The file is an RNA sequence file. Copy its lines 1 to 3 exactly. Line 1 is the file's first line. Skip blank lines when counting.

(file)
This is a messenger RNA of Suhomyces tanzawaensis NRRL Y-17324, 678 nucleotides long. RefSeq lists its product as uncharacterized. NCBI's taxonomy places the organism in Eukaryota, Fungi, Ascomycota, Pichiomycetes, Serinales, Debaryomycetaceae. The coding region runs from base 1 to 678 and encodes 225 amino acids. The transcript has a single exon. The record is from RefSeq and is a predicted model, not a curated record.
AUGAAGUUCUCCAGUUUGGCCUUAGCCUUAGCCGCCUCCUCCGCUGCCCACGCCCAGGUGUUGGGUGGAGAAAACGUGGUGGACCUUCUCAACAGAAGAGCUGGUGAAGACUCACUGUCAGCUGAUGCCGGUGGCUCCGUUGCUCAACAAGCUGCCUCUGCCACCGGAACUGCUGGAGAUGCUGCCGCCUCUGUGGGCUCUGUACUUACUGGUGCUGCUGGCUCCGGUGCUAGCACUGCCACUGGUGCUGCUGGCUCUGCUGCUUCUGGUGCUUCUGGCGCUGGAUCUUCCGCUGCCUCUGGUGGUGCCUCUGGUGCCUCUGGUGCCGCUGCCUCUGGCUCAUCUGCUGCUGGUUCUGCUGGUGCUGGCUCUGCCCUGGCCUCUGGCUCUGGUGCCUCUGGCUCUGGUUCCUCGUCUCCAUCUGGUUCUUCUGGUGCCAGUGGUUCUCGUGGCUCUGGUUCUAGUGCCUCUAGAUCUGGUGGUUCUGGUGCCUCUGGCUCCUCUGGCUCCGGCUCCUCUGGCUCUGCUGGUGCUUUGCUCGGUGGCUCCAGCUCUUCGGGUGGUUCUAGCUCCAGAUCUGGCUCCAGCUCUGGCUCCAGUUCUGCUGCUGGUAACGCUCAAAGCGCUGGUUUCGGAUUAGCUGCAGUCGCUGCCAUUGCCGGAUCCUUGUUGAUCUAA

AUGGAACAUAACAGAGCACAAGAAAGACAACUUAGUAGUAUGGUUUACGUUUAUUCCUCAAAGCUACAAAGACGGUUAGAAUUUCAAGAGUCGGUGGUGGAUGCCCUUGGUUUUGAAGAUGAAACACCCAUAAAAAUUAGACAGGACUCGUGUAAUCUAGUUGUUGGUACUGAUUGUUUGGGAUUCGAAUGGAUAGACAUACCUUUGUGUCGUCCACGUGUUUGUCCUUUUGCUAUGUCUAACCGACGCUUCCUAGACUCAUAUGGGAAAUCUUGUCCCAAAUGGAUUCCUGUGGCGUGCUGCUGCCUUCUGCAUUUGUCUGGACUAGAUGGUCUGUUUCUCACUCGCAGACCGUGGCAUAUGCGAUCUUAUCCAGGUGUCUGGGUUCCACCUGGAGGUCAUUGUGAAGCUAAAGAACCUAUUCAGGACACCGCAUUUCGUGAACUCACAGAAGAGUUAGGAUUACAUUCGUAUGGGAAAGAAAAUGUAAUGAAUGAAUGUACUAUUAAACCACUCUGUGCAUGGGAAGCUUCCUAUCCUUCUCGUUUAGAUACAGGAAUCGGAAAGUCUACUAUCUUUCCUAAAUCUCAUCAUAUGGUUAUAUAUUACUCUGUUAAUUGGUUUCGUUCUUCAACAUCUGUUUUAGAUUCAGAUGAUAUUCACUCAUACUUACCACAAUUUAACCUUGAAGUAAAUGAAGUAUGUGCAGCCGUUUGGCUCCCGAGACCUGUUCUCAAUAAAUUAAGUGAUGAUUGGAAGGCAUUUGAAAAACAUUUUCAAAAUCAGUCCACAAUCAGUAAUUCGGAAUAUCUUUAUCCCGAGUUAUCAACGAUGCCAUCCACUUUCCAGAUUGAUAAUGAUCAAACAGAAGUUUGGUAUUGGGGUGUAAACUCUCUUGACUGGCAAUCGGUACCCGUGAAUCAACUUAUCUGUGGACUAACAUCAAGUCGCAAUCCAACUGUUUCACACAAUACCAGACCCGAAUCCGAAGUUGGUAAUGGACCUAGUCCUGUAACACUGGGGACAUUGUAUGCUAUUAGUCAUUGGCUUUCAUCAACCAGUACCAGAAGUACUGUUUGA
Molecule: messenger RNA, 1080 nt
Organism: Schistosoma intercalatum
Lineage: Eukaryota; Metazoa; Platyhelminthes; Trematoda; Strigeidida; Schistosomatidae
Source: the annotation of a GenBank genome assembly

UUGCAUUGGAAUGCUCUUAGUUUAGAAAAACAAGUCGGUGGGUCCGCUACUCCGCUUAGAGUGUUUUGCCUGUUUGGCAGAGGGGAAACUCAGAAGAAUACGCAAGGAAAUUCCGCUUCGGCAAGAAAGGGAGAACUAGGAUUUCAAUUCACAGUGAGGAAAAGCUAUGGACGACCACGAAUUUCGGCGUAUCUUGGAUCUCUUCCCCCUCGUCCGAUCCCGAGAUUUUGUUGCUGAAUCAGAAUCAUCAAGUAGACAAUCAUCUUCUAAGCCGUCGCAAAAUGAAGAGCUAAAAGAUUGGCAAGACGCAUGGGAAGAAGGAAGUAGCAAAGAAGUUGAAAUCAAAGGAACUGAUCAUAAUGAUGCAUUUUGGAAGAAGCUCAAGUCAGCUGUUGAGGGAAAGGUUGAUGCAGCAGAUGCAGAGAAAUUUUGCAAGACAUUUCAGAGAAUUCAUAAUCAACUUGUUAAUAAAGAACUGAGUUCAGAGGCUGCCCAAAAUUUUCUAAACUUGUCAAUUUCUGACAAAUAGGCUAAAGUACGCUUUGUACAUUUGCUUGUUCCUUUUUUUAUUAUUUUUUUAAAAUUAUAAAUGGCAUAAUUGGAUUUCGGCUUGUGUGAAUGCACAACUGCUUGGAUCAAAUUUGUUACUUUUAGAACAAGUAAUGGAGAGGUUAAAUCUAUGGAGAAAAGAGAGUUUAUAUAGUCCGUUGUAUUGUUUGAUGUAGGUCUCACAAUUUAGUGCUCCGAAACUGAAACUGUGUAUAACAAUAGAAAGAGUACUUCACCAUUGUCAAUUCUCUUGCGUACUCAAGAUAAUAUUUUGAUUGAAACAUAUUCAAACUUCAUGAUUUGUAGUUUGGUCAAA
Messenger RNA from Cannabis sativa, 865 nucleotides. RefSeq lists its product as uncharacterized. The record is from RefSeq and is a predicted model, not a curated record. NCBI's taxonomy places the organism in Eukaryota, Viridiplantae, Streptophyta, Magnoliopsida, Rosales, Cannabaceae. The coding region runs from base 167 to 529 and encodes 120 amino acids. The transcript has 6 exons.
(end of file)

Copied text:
This is a messenger RNA of Suhomyces tanzawaensis NRRL Y-17324, 678 nucleotides long. RefSeq lists its product as uncharacterized. NCBI's taxonomy places the organism in Eukaryota, Fungi, Ascomycota, Pichiomycetes, Serinales, Debaryomycetaceae. The coding region runs from base 1 to 678 and encodes 225 amino acids. The transcript has a single exon. The record is from RefSeq and is a predicted model, not a curated record.
AUGAAGUUCUCCAGUUUGGCCUUAGCCUUAGCCGCCUCCUCCGCUGCCCACGCCCAGGUGUUGGGUGGAGAAAACGUGGUGGACCUUCUCAACAGAAGAGCUGGUGAAGACUCACUGUCAGCUGAUGCCGGUGGCUCCGUUGCUCAACAAGCUGCCUCUGCCACCGGAACUGCUGGAGAUGCUGCCGCCUCUGUGGGCUCUGUACUUACUGGUGCUGCUGGCUCCGGUGCUAGCACUGCCACUGGUGCUGCUGGCUCUGCUGCUUCUGGUGCUUCUGGCGCUGGAUCUUCCGCUGCCUCUGGUGGUGCCUCUGGUGCCUCUGGUGCCGCUGCCUCUGGCUCAUCUGCUGCUGGUUCUGCUGGUGCUGGCUCUGCCCUGGCCUCUGGCUCUGGUGCCUCUGGCUCUGGUUCCUCGUCUCCAUCUGGUUCUUCUGGUGCCAGUGGUUCUCGUGGCUCUGGUUCUAGUGCCUCUAGAUCUGGUGGUUCUGGUGCCUCUGGCUCCUCUGGCUCCGGCUCCUCUGGCUCUGCUGGUGCUUUGCUCGGUGGCUCCAGCUCUUCGGGUGGUUCUAGCUCCAGAUCUGGCUCCAGCUCUGGCUCCAGUUCUGCUGCUGGUAACGCUCAAAGCGCUGGUUUCGGAUUAGCUGCAGUCGCUGCCAUUGCCGGAUCCUUGUUGAUCUAA

AUGGAACAUAACAGAGCACAAGAAAGACAACUUAGUAGUAUGGUUUACGUUUAUUCCUCAAAGCUACAAAGACGGUUAGAAUUUCAAGAGUCGGUGGUGGAUGCCCUUGGUUUUGAAGAUGAAACACCCAUAAAAAUUAGACAGGACUCGUGUAAUCUAGUUGUUGGUACUGAUUGUUUGGGAUUCGAAUGGAUAGACAUACCUUUGUGUCGUCCACGUGUUUGUCCUUUUGCUAUGUCUAACCGACGCUUCCUAGACUCAUAUGGGAAAUCUUGUCCCAAAUGGAUUCCUGUGGCGUGCUGCUGCCUUCUGCAUUUGUCUGGACUAGAUGGUCUGUUUCUCACUCGCAGACCGUGGCAUAUGCGAUCUUAUCCAGGUGUCUGGGUUCCACCUGGAGGUCAUUGUGAAGCUAAAGAACCUAUUCAGGACACCGCAUUUCGUGAACUCACAGAAGAGUUAGGAUUACAUUCGUAUGGGAAAGAAAAUGUAAUGAAUGAAUGUACUAUUAAACCACUCUGUGCAUGGGAAGCUUCCUAUCCUUCUCGUUUAGAUACAGGAAUCGGAAAGUCUACUAUCUUUCCUAAAUCUCAUCAUAUGGUUAUAUAUUACUCUGUUAAUUGGUUUCGUUCUUCAACAUCUGUUUUAGAUUCAGAUGAUAUUCACUCAUACUUACCACAAUUUAACCUUGAAGUAAAUGAAGUAUGUGCAGCCGUUUGGCUCCCGAGACCUGUUCUCAAUAAAUUAAGUGAUGAUUGGAAGGCAUUUGAAAAACAUUUUCAAAAUCAGUCCACAAUCAGUAAUUCGGAAUAUCUUUAUCCCGAGUUAUCAACGAUGCCAUCCACUUUCCAGAUUGAUAAUGAUCAAACAGAAGUUUGGUAUUGGGGUGUAAACUCUCUUGACUGGCAAUCGGUACCCGUGAAUCAACUUAUCUGUGGACUAACAUCAAGUCGCAAUCCAACUGUUUCACACAAUACCAGACCCGAAUCCGAAGUUGGUAAUGGACCUAGUCCUGUAACACUGGGGACAUUGUAUGCUAUUAGUCAUUGGCUUUCAUCAACCAGUACCAGAAGUACUGUUUGA